Irvine Welsh (Vintage)

Sex and violence are mainstays in Irvine Welsh’s gritty realism, but in his latest book Crime, these two themes collide with particular pathos.

Detective Inspector Ray Lennox (a minor character in Welsh’s previous novel Filth) is in Miami with his fiancée Trudi, recovering from a breakdown induced by a particularly nasty child sex murder case back 
in Edinburgh.

After a blazing row with Trudi, Lennox embarks on a coke-fuelled bender which brings him into contact with another victim of sexual predation: 10-year-old Tianna.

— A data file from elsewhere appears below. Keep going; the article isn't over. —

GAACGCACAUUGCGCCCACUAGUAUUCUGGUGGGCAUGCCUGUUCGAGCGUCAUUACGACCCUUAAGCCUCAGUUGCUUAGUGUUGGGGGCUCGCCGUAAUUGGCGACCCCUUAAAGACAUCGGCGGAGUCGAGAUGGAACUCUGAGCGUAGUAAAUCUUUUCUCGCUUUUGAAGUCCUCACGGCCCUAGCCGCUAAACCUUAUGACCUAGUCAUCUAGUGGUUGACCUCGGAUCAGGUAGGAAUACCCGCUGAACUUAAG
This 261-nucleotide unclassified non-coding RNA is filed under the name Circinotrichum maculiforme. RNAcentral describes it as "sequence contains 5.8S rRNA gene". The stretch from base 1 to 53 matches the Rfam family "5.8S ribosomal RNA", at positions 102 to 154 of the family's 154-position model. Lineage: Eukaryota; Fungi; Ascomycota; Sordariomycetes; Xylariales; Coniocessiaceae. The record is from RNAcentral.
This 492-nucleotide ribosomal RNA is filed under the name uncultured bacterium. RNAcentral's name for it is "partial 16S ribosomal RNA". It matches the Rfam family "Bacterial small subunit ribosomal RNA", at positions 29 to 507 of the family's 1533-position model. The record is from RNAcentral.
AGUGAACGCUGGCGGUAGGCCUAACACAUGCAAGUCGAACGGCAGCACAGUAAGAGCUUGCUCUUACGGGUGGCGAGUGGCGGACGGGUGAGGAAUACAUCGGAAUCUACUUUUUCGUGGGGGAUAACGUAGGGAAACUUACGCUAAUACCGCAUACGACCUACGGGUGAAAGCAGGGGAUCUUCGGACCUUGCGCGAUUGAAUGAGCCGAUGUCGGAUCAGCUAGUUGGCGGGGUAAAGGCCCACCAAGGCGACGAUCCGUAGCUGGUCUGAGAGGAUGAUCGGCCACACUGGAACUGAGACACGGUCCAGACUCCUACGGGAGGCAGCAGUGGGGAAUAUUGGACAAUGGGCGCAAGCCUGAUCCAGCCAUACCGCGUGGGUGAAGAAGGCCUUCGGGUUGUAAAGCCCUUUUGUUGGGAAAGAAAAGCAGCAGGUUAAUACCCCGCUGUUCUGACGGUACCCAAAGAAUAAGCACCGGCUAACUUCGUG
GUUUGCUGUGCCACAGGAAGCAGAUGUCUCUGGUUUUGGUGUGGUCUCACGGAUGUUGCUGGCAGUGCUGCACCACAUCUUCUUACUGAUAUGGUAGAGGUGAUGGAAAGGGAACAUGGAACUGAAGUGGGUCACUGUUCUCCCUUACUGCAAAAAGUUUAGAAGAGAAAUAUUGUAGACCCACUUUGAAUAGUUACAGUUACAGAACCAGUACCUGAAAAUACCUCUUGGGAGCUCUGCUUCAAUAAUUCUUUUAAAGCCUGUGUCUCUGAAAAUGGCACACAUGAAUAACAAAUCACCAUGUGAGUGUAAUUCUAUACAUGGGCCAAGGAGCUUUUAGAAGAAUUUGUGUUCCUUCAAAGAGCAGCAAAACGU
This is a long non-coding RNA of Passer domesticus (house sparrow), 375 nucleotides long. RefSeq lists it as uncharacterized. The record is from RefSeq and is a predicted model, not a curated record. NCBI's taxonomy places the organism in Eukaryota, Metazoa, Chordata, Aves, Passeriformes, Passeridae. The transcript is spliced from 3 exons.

Haunted by the Edinburgh case he is compelled to save her – but can he?

As ever Welsh’s characters are well drawn and satisfyingly complex. Lennox’s growing paranoia that every man is a paedophile is believable and Tianna’s precocious sexuality, a grotesque side effect of her abuse, is handled with great sensitivity.

But too often Lennox’s narrative makes Crime read like a public service treatise on the evils of paedophilia.

Like we needed to be told.